CDC director says ‘masks are more guaranteed to protect you from COVID-19’ than a vaccine


The Director of the Centers for Disease Control and Prevention (CDC), Dr Robert Redfield, has claimed that masks offer more certain protection against the coronavirus than vaccines will – at least for the immediate future.

“I could say that this face mask is safer to protect me against covid than when I’m taking a vaccine,” Dr. Redfield said during his testimony Wednesday before a Senate subcommittee.

He pointed out that there was more research to clearly show that the masks work to block the spread of infectious particles, while the vaccines are still being tested and their true effectiveness will not be entirely clear until large. groups of people will not have been dosed.

Dr Redfield’s comments are part of the same testimony in which he and other officials laid out a plan to give all Americans free coronavirus vaccines, distributing them to the general public in January.

CDC director Dr Robert Redfield said on Wednesday that the masks offer more ‘guaranteed’ protection against the coronavirus than potential vaccines, because there is more scientific evidence for their effectiveness than yet unproven injections.

But the CDC chief recalled the optimism of the “manual” and of Trump himself, believing that vaccines will not be widely available to Americans until the spring or summer of next year.

Trump continues to insist that a vaccine is only “a few weeks away” while hinting that he hopes the Food and Drug Administration (FDA) will approve one before the Nov. 3 election.

The apparent endorsement by the CDC director of the masks and his disappointing view of vaccines was typical of his tense day in the Senate on Wednesday.

While trying to temper expectations set by the “handbook” for the distribution of coronavirus vaccines published by his agency in collaboration with other health agencies and the Department of Defense, Dr Redfield has also had to resist criticism .

The CDC’s action plan assumes that tens of millions of doses of a vaccine will be available to be sent free to Americans – not just frontline workers – by January 2021.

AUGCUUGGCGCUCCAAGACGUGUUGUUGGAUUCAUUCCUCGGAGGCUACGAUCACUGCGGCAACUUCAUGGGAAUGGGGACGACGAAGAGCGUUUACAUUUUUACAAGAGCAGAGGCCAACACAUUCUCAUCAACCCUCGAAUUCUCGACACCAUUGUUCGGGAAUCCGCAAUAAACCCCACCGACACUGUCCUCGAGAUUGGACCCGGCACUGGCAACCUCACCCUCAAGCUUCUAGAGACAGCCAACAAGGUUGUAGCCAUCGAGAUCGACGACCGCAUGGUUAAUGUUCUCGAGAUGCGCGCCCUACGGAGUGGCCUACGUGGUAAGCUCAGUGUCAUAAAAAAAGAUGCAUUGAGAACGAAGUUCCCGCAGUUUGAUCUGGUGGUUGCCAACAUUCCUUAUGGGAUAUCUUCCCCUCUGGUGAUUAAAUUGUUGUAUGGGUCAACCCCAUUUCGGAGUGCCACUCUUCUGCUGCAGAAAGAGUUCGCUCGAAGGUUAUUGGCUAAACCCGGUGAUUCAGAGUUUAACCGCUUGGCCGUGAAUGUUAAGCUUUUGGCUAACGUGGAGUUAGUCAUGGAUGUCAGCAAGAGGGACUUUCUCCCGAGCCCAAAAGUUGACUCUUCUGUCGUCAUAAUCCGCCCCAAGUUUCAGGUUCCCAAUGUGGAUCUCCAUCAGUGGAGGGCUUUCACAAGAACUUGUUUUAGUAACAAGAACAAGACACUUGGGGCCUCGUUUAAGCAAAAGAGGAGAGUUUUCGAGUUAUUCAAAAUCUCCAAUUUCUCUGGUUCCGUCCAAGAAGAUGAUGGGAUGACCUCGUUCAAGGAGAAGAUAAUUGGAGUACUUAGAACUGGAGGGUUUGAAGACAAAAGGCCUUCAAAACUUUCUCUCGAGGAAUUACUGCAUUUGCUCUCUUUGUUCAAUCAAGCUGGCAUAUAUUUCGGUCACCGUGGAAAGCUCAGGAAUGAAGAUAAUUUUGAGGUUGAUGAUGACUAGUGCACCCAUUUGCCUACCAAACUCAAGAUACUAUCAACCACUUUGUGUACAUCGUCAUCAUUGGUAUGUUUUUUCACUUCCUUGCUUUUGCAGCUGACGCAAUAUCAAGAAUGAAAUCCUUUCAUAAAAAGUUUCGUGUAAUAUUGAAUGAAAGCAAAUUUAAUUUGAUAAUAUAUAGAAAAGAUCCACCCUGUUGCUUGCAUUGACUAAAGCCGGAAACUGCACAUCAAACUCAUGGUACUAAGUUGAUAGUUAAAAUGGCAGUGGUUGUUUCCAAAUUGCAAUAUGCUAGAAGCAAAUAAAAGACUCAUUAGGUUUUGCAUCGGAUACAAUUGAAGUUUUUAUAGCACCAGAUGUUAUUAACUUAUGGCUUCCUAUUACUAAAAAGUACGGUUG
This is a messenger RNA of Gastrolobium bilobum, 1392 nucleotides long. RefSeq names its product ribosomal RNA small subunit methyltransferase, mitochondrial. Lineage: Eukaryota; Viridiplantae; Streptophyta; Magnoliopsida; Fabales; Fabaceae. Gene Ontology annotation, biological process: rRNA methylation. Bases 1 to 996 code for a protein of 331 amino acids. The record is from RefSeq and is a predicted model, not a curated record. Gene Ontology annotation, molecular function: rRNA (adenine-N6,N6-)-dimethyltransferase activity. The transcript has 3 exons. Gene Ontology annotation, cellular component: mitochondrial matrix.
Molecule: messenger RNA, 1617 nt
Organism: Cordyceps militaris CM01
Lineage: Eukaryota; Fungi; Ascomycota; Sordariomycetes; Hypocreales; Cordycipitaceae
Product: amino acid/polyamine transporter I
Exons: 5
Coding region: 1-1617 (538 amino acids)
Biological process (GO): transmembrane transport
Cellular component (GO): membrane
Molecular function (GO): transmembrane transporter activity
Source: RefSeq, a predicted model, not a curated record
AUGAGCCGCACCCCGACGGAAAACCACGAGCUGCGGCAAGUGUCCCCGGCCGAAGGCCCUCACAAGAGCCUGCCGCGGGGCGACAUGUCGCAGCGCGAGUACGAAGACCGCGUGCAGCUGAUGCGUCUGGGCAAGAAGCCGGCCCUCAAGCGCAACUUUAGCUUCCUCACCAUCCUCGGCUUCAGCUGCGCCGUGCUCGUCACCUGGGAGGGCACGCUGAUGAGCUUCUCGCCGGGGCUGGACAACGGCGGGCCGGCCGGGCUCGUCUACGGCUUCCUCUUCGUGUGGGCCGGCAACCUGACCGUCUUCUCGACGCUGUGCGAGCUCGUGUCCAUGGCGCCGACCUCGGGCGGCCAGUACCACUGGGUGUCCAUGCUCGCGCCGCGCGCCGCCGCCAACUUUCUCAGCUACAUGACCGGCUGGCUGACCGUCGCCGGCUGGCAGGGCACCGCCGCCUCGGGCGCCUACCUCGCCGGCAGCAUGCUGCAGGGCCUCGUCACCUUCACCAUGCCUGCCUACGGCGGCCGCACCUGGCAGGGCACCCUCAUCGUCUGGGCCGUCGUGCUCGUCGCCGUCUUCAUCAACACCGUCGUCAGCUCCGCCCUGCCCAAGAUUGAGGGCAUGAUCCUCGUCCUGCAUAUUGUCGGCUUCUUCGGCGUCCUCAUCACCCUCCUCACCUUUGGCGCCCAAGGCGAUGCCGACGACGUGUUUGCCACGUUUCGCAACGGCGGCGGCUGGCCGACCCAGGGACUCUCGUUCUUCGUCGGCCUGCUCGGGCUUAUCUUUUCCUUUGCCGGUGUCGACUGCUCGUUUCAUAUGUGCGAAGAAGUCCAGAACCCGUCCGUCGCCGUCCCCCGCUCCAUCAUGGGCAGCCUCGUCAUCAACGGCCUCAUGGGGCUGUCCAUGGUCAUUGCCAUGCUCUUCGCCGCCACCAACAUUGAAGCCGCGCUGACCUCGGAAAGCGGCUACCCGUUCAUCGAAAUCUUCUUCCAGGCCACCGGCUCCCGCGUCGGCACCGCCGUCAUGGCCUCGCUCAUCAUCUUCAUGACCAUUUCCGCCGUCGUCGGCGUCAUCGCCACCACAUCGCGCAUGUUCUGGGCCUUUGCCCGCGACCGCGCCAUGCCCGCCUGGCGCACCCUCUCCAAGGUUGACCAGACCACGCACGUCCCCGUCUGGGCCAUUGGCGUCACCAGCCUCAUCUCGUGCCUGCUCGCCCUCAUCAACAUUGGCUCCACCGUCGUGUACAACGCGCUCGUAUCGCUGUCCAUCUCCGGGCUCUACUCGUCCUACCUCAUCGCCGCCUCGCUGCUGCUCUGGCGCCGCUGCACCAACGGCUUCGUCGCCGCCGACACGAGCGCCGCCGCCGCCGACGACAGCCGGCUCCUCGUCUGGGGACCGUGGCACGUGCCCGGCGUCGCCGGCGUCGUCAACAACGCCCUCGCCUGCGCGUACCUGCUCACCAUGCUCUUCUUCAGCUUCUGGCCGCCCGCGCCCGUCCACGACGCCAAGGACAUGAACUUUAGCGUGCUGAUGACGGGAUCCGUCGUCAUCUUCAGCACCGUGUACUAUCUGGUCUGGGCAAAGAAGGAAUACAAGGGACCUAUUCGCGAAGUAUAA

In turn, that assumes approval of a shot by the end of next month.

Health experts, including Dr Redfield, said it was possible, but unlikely.

Senator Jeff Merkley, a Democrat from Oregon, accused the CDC of being politically motivated to create a vaccine development and release schedule that fits President Trump’s re-election campaign.

Dr Redfield faced accusations his agency had bowed to pressure from the Trump administration, which is pushing for a vaccine to be ready on election day.

Dr Redfield faced accusations his agency had bowed to pressure from the Trump administration, which is pushing for a vaccine to be ready on election day.

“It escapes no one that you deliberately ask [plans to have states start administering vaccines] two days before the election, ”Merkley said, asking Dr. Redfield who in the White House had asked him to do so.

When Redfield responded that “no one” did, Merkley retorted that he “influenced the election,” asking “what had happened to the scientific decisions leading up,” and said the vaccine’s unlikely timeline “undermines [the CDC’s] credibility.’

Dr Redfield defended his agency, saying the timeline had been “independently developed by our subject matter experts.”

But he also said that a vaccine would likely not be widely available until much later than the “playbook” suggested.

He also tempered expectations about the effectiveness of a potential vaccine and warned that, in the grand scheme of things, the world really has little data on what protective vaccines will deliver.

“Masks are the most powerful and important public health tool we have,” he said.

“We have clear scientific evidence that they work and that they are our best defense.

For a vaccine, on the other hand, “the immunogenicity can be 70 percent, and if I don’t get an immune response, the vaccine may not protect me,” Dr Redfield said.

The FDA has set the bar for a vaccine it would consider approving at 50% effectiveness.

But that means it can only prevent infection in half of those who get vaccinated.

In early trials, the three main vaccine candidates – AstraZeneca, Moderna and Pfizer – all elicited some antibody production in trial participants.

What remains unknown is the importance of an immune response in providing protection, and how long that shield might last.

The masks are simpler and their effects are clearer. Research has suggested that wearing a face mask reduces your risk of contracting COVID-19 by up to 65%.

They are also believed to reduce the amount of potentially infectious particles a person can expel into the air by about a third.


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